• The studies looked at by Brainwave do not provide strong evidence that childcare improves outcomes for vulnerable children.  While there are some indications that they are more likely to benefit from high quality childcare than their peers, there is little evidence to indicate that any positive effects are long-lasting.
  • Benefits tended to relate to children aged 3-4 and not to those below age 2.
  • Where there are benefits, these decrease, but do not close, the achievement gap between vulnerable children and their more advantaged peers.

Does society benefit if more children are in high quality childcare?


The more we understand about the importance of early childhood development, the more governments and communities want to invest in it. This is a good thing. There is a search for tangible things to implement, and there are a lot of reports as to the benefits of quality early childhood education. Well-intentioned people are advocating greater participation for all children, but important subtleties such as starting age and hours of care and quality can get lost in these conversations.

Much of the writing about the benefits of childcare draws upon a small number of studies of multi-faceted early interventions for vulnerable groups, which have childcare as one component. Many report long term benefits for at-risk children in terms of health, cognitive development, and school achievement.24 

The problem is, these findings are sometimes used to promote childcare for ALL children, and without the accompanying interventions, such as home visits and parent education, which may, in fact, have been the crucial components.


Three particularly influential examples of these early intervention studies are 1) the Perry Preschool project, (2) the Chicago Child-Parent Centres, and (3) the Carolina Abecedarian Project.25

Our paper describes each in detail and draws conclusions about their relevance to our task. But, in summary, some things about these three studies that we think are important to consider are:

  • The interventions were multi-faceted, involving components such as parent support and health services, of which childcare was but one.
  • The childcare component was of higher quality than typically available care, including teacher pay, teacher qualifications, teacher: child ratios, smaller groups.
  • The care was part-time. For the majority of children (those in Perry Pre-school and Chicago Parent Centres), the childcare component was 2.5 – 3 hours per day for the school year.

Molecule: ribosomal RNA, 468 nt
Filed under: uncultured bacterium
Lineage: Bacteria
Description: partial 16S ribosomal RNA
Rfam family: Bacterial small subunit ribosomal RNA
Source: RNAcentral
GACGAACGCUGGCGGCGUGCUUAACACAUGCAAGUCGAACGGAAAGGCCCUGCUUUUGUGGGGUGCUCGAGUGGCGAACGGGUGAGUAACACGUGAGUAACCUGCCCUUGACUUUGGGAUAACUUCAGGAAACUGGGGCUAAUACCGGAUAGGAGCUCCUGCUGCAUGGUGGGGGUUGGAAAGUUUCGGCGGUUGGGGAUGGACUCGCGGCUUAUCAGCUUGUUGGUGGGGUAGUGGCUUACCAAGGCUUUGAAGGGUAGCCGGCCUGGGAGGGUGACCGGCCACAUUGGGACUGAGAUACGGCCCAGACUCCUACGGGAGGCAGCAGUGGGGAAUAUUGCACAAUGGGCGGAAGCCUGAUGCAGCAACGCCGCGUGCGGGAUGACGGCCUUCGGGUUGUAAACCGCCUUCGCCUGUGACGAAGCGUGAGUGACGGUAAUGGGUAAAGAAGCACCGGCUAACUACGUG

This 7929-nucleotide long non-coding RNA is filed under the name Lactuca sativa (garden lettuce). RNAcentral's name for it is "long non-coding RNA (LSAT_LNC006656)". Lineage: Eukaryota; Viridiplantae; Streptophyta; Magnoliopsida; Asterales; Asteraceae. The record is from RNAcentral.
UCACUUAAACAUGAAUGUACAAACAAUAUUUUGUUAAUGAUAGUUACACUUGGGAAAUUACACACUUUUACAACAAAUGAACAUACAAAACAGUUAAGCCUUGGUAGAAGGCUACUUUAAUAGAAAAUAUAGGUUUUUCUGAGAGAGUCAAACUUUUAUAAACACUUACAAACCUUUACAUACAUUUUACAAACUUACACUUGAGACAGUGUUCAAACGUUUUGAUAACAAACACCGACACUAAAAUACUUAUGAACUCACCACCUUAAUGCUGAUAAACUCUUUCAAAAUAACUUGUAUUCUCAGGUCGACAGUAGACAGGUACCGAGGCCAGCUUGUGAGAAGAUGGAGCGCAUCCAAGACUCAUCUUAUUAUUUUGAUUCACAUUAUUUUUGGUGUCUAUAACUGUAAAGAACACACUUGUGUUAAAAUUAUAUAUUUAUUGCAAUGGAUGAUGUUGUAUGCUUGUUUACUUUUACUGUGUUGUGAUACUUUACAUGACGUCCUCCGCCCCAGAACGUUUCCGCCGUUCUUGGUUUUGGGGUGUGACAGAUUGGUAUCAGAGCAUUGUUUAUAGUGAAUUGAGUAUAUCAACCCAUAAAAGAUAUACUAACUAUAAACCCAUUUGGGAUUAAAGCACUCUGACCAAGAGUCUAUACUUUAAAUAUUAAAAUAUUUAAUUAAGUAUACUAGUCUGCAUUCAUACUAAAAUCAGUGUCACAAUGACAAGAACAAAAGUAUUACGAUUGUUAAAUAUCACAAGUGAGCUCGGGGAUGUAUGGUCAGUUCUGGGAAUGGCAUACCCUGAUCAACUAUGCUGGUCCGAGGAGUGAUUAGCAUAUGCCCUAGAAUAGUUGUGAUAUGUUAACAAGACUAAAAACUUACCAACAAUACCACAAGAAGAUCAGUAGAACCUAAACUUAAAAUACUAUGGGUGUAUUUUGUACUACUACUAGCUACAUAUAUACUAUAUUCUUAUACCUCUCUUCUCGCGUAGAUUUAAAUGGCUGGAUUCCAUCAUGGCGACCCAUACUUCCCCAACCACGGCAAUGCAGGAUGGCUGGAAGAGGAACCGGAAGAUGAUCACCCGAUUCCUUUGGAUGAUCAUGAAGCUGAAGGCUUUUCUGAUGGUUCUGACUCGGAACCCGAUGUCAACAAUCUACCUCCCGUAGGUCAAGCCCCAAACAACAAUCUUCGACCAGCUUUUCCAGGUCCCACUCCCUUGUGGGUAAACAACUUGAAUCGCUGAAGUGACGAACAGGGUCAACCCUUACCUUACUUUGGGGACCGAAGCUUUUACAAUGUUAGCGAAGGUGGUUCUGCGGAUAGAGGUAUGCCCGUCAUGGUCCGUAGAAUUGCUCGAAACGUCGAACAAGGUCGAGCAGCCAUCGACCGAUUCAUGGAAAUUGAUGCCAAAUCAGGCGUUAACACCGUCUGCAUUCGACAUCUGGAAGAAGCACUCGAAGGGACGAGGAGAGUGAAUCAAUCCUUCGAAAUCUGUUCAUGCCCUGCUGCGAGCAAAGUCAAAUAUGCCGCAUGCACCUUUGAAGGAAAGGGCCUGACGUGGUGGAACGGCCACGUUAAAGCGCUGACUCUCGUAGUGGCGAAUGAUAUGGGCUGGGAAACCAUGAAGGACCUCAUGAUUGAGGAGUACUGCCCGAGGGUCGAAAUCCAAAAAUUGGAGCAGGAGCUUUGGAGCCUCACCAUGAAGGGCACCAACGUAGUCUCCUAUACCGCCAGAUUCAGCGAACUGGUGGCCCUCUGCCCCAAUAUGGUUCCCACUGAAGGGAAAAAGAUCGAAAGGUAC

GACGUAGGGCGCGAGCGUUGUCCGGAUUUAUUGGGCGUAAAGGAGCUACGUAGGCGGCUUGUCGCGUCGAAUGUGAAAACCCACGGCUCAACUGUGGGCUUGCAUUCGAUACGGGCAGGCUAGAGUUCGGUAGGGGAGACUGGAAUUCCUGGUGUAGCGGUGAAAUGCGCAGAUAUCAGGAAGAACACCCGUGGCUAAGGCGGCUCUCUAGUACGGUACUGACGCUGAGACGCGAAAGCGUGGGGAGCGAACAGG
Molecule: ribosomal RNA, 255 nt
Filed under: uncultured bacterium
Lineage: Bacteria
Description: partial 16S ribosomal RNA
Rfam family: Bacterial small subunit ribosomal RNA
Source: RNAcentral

• A majority of the children were older. In the Perry Pre-school and the Chicago Child-Parent Centres, the children attended when they were 3- 4-years-old.
  • Many of the children in the control groups (those children not receiving the intervention and used for comparison) were attending typically available childcare. Thus, these studies demonstrate that attending very high quality childcare which includes health services and family support contributed to better outcomes than typically available care.   None of this is relevant to discussion of non-parental vs. parental care, as this comparison was not done.


The frequently repeated reports of lasting benefits regarding education, employment, reduced crime, and associated economic benefits, are not attributable to the type of childcare which is typically available, or even high quality childcare. They are attributable to multi-faceted early interventions for at-risk children that included parenting intervention and health services, in addition to very high quality childcare, for children largely aged 3-4 years, usually for 12–15 hours per week.

Our conclusions

More research needs to be done. The current research indicates the need for caution about assuming the benefits of childcare and that “one size fits all”. When parents are looking at their own arrangements and governments are thinking about policy, factors such as the age of the child, the length of hours of attendance and the quality and stability of the care being provided need to be considered. Although the evidence suggests that some high quality childcare may benefit children over 3 in certain circumstances, this does not mean that starting earlier and attending for longer hours is also beneficial. In fact, our research indicates that there may be risks involved with non-parental care “too early” and “for too long each day”. Unfortunately, we cannot precisely define the impact of the types of care nor provide specific guidelines, as the research is not in.

Delaying participation during the first few years and encouraging part-time care over full-time care may well reduce the risks associated with non-parental care of children. When childcare is provided, insuring that care is high quality may lessen risk.As many studies indicate parenting still has more influence over outcomes than childcare, investment in parenting support may reap more long-term benefits for children than investment in participation in childcare, especially before age three.

  1. H. Vykopal, personal communication, November 23, 2014
  2. Belsky, 1986, cited by NICHD Early Child Care Research Network, 2003
  3. Belsky, 1994; Belsky, 2001, cited by NICHD Early Child Care Research Network, 2003, p. 977
  4. Bruce et al., 2013; National Scientific Council on the Developing Child, 2012; Tout et al., 1998; Watamura et al., 2003
  5. Bruce et al., 2013; Ouellet-Morin et al., 2010
  6. Bernard et al., 2015
  7. Levine, 2005, McEwen, 2000, cited by Bruce et al., 2013
  8. National Scientific Council on the Developing Child, 2005/2014
  9. Bernard et al., 2015
  10. Ahnert et al., 2004